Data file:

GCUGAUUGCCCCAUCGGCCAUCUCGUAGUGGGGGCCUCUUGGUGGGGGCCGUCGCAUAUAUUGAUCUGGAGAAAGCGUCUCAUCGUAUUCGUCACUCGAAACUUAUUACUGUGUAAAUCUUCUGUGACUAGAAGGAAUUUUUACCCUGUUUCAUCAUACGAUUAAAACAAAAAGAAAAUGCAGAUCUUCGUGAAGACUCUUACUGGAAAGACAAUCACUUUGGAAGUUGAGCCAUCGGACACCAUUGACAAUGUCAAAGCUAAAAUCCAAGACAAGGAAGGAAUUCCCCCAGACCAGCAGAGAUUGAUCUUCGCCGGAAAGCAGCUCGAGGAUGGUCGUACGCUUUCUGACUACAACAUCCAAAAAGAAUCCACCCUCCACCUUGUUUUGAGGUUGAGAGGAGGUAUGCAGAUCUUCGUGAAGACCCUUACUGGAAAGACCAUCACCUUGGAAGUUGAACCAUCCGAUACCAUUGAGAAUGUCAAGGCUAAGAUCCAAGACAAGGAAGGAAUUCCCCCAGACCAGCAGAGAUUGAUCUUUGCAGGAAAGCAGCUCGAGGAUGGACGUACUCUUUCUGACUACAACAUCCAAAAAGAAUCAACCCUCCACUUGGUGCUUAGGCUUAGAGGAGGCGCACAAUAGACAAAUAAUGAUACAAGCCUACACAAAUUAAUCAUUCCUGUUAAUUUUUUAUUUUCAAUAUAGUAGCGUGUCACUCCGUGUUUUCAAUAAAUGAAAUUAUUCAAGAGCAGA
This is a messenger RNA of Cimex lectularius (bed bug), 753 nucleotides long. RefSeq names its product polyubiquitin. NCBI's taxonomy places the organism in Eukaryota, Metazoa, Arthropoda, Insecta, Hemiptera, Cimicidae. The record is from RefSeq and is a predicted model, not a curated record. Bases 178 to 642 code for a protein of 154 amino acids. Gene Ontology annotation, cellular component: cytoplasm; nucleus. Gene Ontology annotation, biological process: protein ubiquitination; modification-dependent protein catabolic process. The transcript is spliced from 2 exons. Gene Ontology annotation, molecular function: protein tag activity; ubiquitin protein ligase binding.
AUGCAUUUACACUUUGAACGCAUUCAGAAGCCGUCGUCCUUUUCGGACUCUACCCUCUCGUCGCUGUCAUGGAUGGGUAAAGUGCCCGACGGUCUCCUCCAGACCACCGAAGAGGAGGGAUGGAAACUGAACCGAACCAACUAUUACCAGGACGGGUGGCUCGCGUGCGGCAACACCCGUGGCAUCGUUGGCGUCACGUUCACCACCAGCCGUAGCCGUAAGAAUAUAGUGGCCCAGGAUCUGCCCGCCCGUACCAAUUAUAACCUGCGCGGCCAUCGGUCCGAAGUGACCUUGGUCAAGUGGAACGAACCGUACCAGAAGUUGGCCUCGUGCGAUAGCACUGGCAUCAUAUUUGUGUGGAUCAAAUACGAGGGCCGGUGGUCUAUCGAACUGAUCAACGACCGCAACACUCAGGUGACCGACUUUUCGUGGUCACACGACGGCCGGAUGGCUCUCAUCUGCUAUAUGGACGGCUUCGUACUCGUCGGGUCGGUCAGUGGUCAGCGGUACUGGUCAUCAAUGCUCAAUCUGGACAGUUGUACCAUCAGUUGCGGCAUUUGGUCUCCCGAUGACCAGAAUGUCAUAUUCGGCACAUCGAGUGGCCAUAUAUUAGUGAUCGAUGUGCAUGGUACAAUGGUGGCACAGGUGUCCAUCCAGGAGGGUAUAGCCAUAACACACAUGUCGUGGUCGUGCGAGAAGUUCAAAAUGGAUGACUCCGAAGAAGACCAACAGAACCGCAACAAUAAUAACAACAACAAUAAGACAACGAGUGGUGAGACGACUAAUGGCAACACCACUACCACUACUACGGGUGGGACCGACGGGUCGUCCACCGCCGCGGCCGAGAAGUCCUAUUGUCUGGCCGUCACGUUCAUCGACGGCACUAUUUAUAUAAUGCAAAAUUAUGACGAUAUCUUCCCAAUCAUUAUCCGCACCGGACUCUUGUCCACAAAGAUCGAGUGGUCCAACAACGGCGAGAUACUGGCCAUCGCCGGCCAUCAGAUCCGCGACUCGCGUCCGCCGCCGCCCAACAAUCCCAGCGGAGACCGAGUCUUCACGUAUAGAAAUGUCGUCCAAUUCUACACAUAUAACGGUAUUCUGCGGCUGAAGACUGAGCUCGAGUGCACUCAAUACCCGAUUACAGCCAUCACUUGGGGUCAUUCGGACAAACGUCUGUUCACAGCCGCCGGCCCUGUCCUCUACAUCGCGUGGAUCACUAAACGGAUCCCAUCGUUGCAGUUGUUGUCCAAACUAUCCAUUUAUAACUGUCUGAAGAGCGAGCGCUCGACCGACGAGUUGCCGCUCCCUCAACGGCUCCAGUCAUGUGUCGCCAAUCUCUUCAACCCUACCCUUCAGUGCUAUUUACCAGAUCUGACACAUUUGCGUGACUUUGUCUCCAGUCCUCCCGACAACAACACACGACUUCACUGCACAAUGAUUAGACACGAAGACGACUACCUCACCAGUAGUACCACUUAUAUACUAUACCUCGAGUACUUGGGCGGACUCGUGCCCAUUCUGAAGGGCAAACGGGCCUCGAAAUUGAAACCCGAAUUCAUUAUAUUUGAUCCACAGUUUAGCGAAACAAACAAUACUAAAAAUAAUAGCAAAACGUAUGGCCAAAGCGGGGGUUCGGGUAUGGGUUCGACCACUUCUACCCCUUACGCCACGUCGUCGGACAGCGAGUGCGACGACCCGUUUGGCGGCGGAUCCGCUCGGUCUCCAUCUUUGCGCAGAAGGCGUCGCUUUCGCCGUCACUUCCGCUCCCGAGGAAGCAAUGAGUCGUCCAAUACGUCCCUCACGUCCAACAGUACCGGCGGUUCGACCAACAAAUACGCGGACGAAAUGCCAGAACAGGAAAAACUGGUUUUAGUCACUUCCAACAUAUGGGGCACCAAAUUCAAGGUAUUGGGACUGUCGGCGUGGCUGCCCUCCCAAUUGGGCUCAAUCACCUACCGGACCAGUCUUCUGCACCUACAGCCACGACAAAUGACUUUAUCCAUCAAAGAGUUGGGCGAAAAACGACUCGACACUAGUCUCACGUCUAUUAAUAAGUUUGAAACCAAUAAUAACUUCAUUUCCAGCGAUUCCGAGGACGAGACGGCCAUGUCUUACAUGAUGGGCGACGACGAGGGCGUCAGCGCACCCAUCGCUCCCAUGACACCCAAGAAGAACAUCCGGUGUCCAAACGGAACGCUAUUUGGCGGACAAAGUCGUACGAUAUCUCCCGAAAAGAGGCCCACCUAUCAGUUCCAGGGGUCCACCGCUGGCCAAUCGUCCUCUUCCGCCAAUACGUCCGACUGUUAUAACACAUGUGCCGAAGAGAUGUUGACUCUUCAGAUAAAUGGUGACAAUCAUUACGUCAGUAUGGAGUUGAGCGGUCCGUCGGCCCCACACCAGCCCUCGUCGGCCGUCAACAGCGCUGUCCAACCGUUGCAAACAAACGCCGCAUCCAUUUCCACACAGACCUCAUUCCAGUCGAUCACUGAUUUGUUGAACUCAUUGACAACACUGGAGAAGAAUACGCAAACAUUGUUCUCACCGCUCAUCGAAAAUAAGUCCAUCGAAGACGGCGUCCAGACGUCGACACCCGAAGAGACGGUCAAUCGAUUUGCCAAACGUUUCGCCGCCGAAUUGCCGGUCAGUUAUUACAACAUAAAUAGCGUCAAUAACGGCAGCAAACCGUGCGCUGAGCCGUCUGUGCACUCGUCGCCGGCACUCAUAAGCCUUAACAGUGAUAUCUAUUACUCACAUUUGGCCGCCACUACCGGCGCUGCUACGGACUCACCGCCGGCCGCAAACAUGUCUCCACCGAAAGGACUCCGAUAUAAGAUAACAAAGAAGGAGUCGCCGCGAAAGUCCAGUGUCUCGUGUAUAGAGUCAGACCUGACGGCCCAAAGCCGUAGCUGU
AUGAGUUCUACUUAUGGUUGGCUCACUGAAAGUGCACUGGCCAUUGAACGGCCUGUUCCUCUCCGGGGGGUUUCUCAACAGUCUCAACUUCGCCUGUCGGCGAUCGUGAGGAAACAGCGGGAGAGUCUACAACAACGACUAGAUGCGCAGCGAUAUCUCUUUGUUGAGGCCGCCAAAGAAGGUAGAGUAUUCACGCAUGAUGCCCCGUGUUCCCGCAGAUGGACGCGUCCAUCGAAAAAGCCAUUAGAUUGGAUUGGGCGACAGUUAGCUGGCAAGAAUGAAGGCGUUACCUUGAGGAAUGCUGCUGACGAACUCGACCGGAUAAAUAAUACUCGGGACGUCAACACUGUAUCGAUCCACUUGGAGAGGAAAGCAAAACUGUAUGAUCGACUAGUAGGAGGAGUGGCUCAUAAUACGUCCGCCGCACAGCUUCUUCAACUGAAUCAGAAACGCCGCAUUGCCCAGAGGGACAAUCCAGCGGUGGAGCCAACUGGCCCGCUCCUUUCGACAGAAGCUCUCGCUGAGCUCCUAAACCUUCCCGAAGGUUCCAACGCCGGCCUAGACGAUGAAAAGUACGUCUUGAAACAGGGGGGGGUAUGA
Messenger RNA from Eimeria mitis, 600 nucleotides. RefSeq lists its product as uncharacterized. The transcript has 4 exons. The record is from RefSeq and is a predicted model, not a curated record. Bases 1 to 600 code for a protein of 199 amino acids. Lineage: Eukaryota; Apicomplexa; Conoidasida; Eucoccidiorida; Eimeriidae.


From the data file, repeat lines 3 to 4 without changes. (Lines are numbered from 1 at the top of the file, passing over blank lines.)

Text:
AUGCAUUUACACUUUGAACGCAUUCAGAAGCCGUCGUCCUUUUCGGACUCUACCCUCUCGUCGCUGUCAUGGAUGGGUAAAGUGCCCGACGGUCUCCUCCAGACCACCGAAGAGGAGGGAUGGAAACUGAACCGAACCAACUAUUACCAGGACGGGUGGCUCGCGUGCGGCAACACCCGUGGCAUCGUUGGCGUCACGUUCACCACCAGCCGUAGCCGUAAGAAUAUAGUGGCCCAGGAUCUGCCCGCCCGUACCAAUUAUAACCUGCGCGGCCAUCGGUCCGAAGUGACCUUGGUCAAGUGGAACGAACCGUACCAGAAGUUGGCCUCGUGCGAUAGCACUGGCAUCAUAUUUGUGUGGAUCAAAUACGAGGGCCGGUGGUCUAUCGAACUGAUCAACGACCGCAACACUCAGGUGACCGACUUUUCGUGGUCACACGACGGCCGGAUGGCUCUCAUCUGCUAUAUGGACGGCUUCGUACUCGUCGGGUCGGUCAGUGGUCAGCGGUACUGGUCAUCAAUGCUCAAUCUGGACAGUUGUACCAUCAGUUGCGGCAUUUGGUCUCCCGAUGACCAGAAUGUCAUAUUCGGCACAUCGAGUGGCCAUAUAUUAGUGAUCGAUGUGCAUGGUACAAUGGUGGCACAGGUGUCCAUCCAGGAGGGUAUAGCCAUAACACACAUGUCGUGGUCGUGCGAGAAGUUCAAAAUGGAUGACUCCGAAGAAGACCAACAGAACCGCAACAAUAAUAACAACAACAAUAAGACAACGAGUGGUGAGACGACUAAUGGCAACACCACUACCACUACUACGGGUGGGACCGACGGGUCGUCCACCGCCGCGGCCGAGAAGUCCUAUUGUCUGGCCGUCACGUUCAUCGACGGCACUAUUUAUAUAAUGCAAAAUUAUGACGAUAUCUUCCCAAUCAUUAUCCGCACCGGACUCUUGUCCACAAAGAUCGAGUGGUCCAACAACGGCGAGAUACUGGCCAUCGCCGGCCAUCAGAUCCGCGACUCGCGUCCGCCGCCGCCCAACAAUCCCAGCGGAGACCGAGUCUUCACGUAUAGAAAUGUCGUCCAAUUCUACACAUAUAACGGUAUUCUGCGGCUGAAGACUGAGCUCGAGUGCACUCAAUACCCGAUUACAGCCAUCACUUGGGGUCAUUCGGACAAACGUCUGUUCACAGCCGCCGGCCCUGUCCUCUACAUCGCGUGGAUCACUAAACGGAUCCCAUCGUUGCAGUUGUUGUCCAAACUAUCCAUUUAUAACUGUCUGAAGAGCGAGCGCUCGACCGACGAGUUGCCGCUCCCUCAACGGCUCCAGUCAUGUGUCGCCAAUCUCUUCAACCCUACCCUUCAGUGCUAUUUACCAGAUCUGACACAUUUGCGUGACUUUGUCUCCAGUCCUCCCGACAACAACACACGACUUCACUGCACAAUGAUUAGACACGAAGACGACUACCUCACCAGUAGUACCACUUAUAUACUAUACCUCGAGUACUUGGGCGGACUCGUGCCCAUUCUGAAGGGCAAACGGGCCUCGAAAUUGAAACCCGAAUUCAUUAUAUUUGAUCCACAGUUUAGCGAAACAAACAAUACUAAAAAUAAUAGCAAAACGUAUGGCCAAAGCGGGGGUUCGGGUAUGGGUUCGACCACUUCUACCCCUUACGCCACGUCGUCGGACAGCGAGUGCGACGACCCGUUUGGCGGCGGAUCCGCUCGGUCUCCAUCUUUGCGCAGAAGGCGUCGCUUUCGCCGUCACUUCCGCUCCCGAGGAAGCAAUGAGUCGUCCAAUACGUCCCUCACGUCCAACAGUACCGGCGGUUCGACCAACAAAUACGCGGACGAAAUGCCAGAACAGGAAAAACUGGUUUUAGUCACUUCCAACAUAUGGGGCACCAAAUUCAAGGUAUUGGGACUGUCGGCGUGGCUGCCCUCCCAAUUGGGCUCAAUCACCUACCGGACCAGUCUUCUGCACCUACAGCCACGACAAAUGACUUUAUCCAUCAAAGAGUUGGGCGAAAAACGACUCGACACUAGUCUCACGUCUAUUAAUAAGUUUGAAACCAAUAAUAACUUCAUUUCCAGCGAUUCCGAGGACGAGACGGCCAUGUCUUACAUGAUGGGCGACGACGAGGGCGUCAGCGCACCCAUCGCUCCCAUGACACCCAAGAAGAACAUCCGGUGUCCAAACGGAACGCUAUUUGGCGGACAAAGUCGUACGAUAUCUCCCGAAAAGAGGCCCACCUAUCAGUUCCAGGGGUCCACCGCUGGCCAAUCGUCCUCUUCCGCCAAUACGUCCGACUGUUAUAACACAUGUGCCGAAGAGAUGUUGACUCUUCAGAUAAAUGGUGACAAUCAUUACGUCAGUAUGGAGUUGAGCGGUCCGUCGGCCCCACACCAGCCCUCGUCGGCCGUCAACAGCGCUGUCCAACCGUUGCAAACAAACGCCGCAUCCAUUUCCACACAGACCUCAUUCCAGUCGAUCACUGAUUUGUUGAACUCAUUGACAACACUGGAGAAGAAUACGCAAACAUUGUUCUCACCGCUCAUCGAAAAUAAGUCCAUCGAAGACGGCGUCCAGACGUCGACACCCGAAGAGACGGUCAAUCGAUUUGCCAAACGUUUCGCCGCCGAAUUGCCGGUCAGUUAUUACAACAUAAAUAGCGUCAAUAACGGCAGCAAACCGUGCGCUGAGCCGUCUGUGCACUCGUCGCCGGCACUCAUAAGCCUUAACAGUGAUAUCUAUUACUCACAUUUGGCCGCCACUACCGGCGCUGCUACGGACUCACCGCCGGCCGCAAACAUGUCUCCACCGAAAGGACUCCGAUAUAAGAUAACAAAGAAGGAGUCGCCGCGAAAGUCCAGUGUCUCGUGUAUAGAGUCAGACCUGACGGCCCAAAGCCGUAGCUGU
AUGAGUUCUACUUAUGGUUGGCUCACUGAAAGUGCACUGGCCAUUGAACGGCCUGUUCCUCUCCGGGGGGUUUCUCAACAGUCUCAACUUCGCCUGUCGGCGAUCGUGAGGAAACAGCGGGAGAGUCUACAACAACGACUAGAUGCGCAGCGAUAUCUCUUUGUUGAGGCCGCCAAAGAAGGUAGAGUAUUCACGCAUGAUGCCCCGUGUUCCCGCAGAUGGACGCGUCCAUCGAAAAAGCCAUUAGAUUGGAUUGGGCGACAGUUAGCUGGCAAGAAUGAAGGCGUUACCUUGAGGAAUGCUGCUGACGAACUCGACCGGAUAAAUAAUACUCGGGACGUCAACACUGUAUCGAUCCACUUGGAGAGGAAAGCAAAACUGUAUGAUCGACUAGUAGGAGGAGUGGCUCAUAAUACGUCCGCCGCACAGCUUCUUCAACUGAAUCAGAAACGCCGCAUUGCCCAGAGGGACAAUCCAGCGGUGGAGCCAACUGGCCCGCUCCUUUCGACAGAAGCUCUCGCUGAGCUCCUAAACCUUCCCGAAGGUUCCAACGCCGGCCUAGACGAUGAAAAGUACGUCUUGAAACAGGGGGGGGUAUGA